October 19, 2022
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We know well all about the World Trade Center and what happened on that September 11th. But there's those personal stories that put a face on it even to this day. I saw a particularly moving first-person story of one woman who miraculously survived the collapse of the North Tower that awful day. She tried to make her way down the long stairwell from her office on the 64th floor. She got to the 13th floor. That's when the entire tower began to crumble. She fell to the ground as the building continued to literally collapse around her. She dropped 13 floors and ended up with her head pinned between two concrete pillars and her legs trapped in a staircase. She said, "I saw that no one came, and I wasn't hearing any noises around me. So I thought, 'I'm going to die here. I'm going to see myself slowly die here.'"
The young mother; well, she prayed, she slept, she prayed some more. And at one point, she just asked God for a miracle. That's when she heard noises. She yelled out, and someone answered back. She had been trapped under tons of debris for 27 hours. Here's how she described what happened next: "I took a piece of concrete. I kocked the stair above me. And when they heard the knocking, they started to come closer. And then I put my hands through a little crack in the ceiling, and I felt the person hold my hand. The fireman found my hand and he said, 'I've got you.' And I said, 'Thank God.'" She was the last person pulled alive from the wreckage of the World Trade Center.
I'm Ron Hutchcraft and I want to have A Word With You today about "The Most Lasting Thing You'll Ever Do."
There's no scene more powerful than a rescue. Whether it's a firefighter pulling someone out of tons of debris or a spiritual rescuer leading someone from an eternity without hope into the life that only Jesus can give. Someone will live instead of dying because someone else took the risks to go in for the rescue.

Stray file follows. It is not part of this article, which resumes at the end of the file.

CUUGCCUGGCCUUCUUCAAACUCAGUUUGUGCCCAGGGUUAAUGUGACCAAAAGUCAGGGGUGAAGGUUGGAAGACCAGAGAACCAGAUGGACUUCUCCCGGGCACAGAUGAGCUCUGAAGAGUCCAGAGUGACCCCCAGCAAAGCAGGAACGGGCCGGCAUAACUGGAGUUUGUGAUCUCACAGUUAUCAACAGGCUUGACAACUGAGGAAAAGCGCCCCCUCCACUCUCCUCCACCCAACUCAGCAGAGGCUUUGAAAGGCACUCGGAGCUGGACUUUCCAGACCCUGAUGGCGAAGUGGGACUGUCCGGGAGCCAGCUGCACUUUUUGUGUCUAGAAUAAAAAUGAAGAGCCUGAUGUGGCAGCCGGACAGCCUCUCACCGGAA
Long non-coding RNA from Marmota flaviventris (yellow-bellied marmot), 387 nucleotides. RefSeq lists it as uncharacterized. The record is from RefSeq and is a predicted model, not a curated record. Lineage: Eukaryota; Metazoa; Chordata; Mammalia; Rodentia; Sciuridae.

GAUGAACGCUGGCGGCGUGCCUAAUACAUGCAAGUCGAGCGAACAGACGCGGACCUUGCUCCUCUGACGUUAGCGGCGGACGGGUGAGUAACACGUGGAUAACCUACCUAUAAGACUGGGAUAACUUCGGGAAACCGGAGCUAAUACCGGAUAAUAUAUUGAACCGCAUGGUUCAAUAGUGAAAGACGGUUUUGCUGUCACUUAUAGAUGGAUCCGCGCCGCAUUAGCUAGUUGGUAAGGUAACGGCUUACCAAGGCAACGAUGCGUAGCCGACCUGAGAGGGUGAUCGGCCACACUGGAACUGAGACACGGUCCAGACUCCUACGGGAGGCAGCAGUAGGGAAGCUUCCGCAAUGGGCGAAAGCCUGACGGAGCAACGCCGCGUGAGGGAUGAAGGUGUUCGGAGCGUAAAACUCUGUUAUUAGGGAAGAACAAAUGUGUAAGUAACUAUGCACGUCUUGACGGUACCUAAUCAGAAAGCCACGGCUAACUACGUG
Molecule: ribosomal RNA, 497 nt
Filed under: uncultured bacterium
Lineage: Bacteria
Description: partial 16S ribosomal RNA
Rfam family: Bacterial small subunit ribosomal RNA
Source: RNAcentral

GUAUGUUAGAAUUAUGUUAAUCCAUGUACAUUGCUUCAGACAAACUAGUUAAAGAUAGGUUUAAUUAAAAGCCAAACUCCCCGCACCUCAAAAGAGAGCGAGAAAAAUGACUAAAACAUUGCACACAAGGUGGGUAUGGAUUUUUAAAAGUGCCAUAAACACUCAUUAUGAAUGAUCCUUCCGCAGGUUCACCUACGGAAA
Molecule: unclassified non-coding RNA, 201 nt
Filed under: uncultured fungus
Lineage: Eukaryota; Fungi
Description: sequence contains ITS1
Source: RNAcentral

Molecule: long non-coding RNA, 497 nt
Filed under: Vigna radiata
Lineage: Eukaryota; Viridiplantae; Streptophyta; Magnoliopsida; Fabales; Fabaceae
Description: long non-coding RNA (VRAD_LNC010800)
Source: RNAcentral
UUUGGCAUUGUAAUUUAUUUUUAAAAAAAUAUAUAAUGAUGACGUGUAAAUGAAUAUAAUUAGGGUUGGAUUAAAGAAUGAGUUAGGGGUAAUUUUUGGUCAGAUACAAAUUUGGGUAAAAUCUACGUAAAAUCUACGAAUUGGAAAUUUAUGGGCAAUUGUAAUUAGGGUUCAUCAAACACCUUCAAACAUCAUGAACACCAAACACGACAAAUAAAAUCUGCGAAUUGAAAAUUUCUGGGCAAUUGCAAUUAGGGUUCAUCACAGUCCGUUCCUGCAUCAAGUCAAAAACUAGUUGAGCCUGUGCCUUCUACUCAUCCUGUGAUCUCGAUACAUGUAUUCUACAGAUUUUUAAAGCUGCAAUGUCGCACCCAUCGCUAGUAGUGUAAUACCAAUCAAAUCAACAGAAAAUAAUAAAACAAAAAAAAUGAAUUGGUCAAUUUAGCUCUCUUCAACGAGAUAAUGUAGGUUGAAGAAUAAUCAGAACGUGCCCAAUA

If you've been rescued by Jesus, then your orders couldn't be more clear. Listen to our word for today. The Word of God says in Jude 23, "Save others by snatching them from the fire." See, someone snatched you from the fire of God's judgment. Now it's your turn to rescue some folks within your reach who have not yet grabbed the hand of Jesus; who may not even know He's extending His hand.
I'm not saying it's easy to tell someone about Jesus. I mean, when has rescuing someone ever been easy? When has there been a rescue that didn't involve the rescuer taking risks, going beyond where it's safe? So many fears keep us from telling the people we know about Jesus; the fear of being rejected - you know the fears; the fear of messing it up. The fear of not knowing all the answers.
But there needs to be a fear greater than any of those. You know what that fear is? That's the fear of this person we know spending all eternity in hell, forever away from God. It's that fear of losing someone forever that finally says, "I can't hold back any longer. If I don't go in, they may die. If I do go in, they have a chance to live."
The man who rescued that young woman from the World Trade Center debris? Well, first he had to touch her. You need to be doing whatever it takes to touch the life of someone that you hope to take to heaven with you. Build that relationship. Take time for them. Go out of your way to get to know them. Find ways to serve them, to show love to them in their language. Be there for them in critical moments. Touch them so you can save them.
And ask the Lord, who is ultimately the One who rescues every person, to open up natural opportunities for you to explain your personal relationship with Jesus Christ. I've talked before about the three-open prayer. "Lord, open a door. Lord, open their heart. Lord, open my mouth."
There is someone in your personal world right now whose life, in a very real way, depends on you every bit as much as a trapped young woman's life depended on that firefighter who risked to save her. And there is no greater thrill, there is no greater joy than being able to reach out to a lost person and to be able to say "I've got you" and to help them move from death to life.